Tinder is a relatively new mobile dating app for iPhone and Android that debuted late last year, and has found a niche market amongst college kids, professionals, and creatives with busy schedules. Its interface is attractive and photo-heavy, and allows users to browse pics of potential matches in their area, based on location data and Facebook activity. 

If you’re matched with a photo you like, you swipe right. If you’re not interested, you swipe left and move on. When two people have “right-swiped” each other, they can chat one-on-one. It takes a lot of the work out of online dating, and allows users to interact on their phones, which they’re doing anyway. 

Over the weekend, however, it seems the app revealed physical location and Facebook data. Tinder works on radius recommendations, so the user must provide their current physical location in order to find a close match. Tinder CEO Sean Rad addressed the breach, but said it was “patched up very quickly.” Tinder’s Android app was just released, and he said the “very, very, very brief” security flaw was a result of the app’s new code.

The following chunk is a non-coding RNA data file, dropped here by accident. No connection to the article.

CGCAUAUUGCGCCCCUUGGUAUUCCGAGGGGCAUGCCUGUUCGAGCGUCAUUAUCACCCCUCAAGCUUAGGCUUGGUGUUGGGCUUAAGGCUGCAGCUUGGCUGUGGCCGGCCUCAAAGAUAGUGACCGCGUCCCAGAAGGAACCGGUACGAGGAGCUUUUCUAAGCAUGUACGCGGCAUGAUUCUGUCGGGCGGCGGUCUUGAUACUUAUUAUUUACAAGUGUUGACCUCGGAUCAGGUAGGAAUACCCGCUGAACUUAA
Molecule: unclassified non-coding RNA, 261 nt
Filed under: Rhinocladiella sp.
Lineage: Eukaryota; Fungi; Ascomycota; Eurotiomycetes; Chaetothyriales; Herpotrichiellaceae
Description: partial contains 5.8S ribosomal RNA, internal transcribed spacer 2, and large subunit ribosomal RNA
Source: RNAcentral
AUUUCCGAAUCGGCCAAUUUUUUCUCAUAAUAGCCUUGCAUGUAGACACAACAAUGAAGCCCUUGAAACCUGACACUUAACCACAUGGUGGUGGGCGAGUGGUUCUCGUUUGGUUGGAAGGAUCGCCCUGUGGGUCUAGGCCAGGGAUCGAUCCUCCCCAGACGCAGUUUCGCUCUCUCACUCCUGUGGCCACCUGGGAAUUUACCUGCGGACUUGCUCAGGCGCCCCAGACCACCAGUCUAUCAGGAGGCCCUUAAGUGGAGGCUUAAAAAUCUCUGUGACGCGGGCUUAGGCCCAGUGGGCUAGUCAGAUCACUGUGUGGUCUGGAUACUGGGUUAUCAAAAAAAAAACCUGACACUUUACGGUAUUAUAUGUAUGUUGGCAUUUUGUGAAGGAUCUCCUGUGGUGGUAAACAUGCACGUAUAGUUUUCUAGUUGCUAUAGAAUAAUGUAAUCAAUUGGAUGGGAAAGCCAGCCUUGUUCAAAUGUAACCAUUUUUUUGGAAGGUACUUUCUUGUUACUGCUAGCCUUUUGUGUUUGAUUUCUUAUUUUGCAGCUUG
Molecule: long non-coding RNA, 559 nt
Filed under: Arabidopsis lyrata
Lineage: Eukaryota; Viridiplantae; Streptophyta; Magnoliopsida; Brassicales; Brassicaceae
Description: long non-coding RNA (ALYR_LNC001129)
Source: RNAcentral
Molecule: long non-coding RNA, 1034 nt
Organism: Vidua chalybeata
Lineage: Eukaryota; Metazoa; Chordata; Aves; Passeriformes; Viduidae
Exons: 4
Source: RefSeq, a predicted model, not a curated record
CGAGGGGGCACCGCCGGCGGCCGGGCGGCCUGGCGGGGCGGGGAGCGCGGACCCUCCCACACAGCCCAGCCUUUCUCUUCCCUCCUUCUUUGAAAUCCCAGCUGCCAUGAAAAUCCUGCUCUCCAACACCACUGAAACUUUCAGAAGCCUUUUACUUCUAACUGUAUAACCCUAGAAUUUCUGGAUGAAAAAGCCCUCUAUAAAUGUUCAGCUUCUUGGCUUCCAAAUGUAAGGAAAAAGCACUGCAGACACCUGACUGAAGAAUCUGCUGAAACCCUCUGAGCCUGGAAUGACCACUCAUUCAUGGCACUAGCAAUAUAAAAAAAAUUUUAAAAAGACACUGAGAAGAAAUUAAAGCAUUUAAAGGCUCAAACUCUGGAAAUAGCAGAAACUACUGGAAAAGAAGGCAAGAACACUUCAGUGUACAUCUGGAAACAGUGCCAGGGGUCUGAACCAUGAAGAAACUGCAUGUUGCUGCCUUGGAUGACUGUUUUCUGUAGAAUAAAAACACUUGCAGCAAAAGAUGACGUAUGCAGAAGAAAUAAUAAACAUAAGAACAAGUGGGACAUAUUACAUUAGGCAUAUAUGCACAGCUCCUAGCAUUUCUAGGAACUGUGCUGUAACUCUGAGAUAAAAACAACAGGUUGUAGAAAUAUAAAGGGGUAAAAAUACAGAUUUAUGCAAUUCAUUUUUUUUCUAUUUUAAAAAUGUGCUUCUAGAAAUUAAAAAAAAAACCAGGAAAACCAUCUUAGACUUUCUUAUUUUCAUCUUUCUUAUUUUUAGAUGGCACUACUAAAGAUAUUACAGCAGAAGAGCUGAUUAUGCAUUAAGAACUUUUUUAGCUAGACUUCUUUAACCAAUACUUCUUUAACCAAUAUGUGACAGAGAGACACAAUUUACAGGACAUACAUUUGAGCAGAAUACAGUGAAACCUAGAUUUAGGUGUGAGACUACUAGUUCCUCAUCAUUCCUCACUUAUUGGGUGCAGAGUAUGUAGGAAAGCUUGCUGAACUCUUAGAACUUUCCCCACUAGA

Tinder also didn’t tell its users about the issue, or relate how much data was released in that very, very, very brief time. Sensing an ensuing media shitstorm, the company released a statement yesterday: 

“We take the privacy of our users very seriously and have taken the appropriate measures to ensure that our user data cannot be accessed from anyone inside or outside the company. We became privy to a minor security flaw related to one of our releases and patched it up within hours of that release.

Since Tinder's inception, we've implemented multiple precautions to protect our user data, including encryption. This minor leak was first brought to our attention by one of our engineers and we resolved it very quickly, before it was able to cause any harm to our users.”

Photo via Ding Yuin Shan/Flickr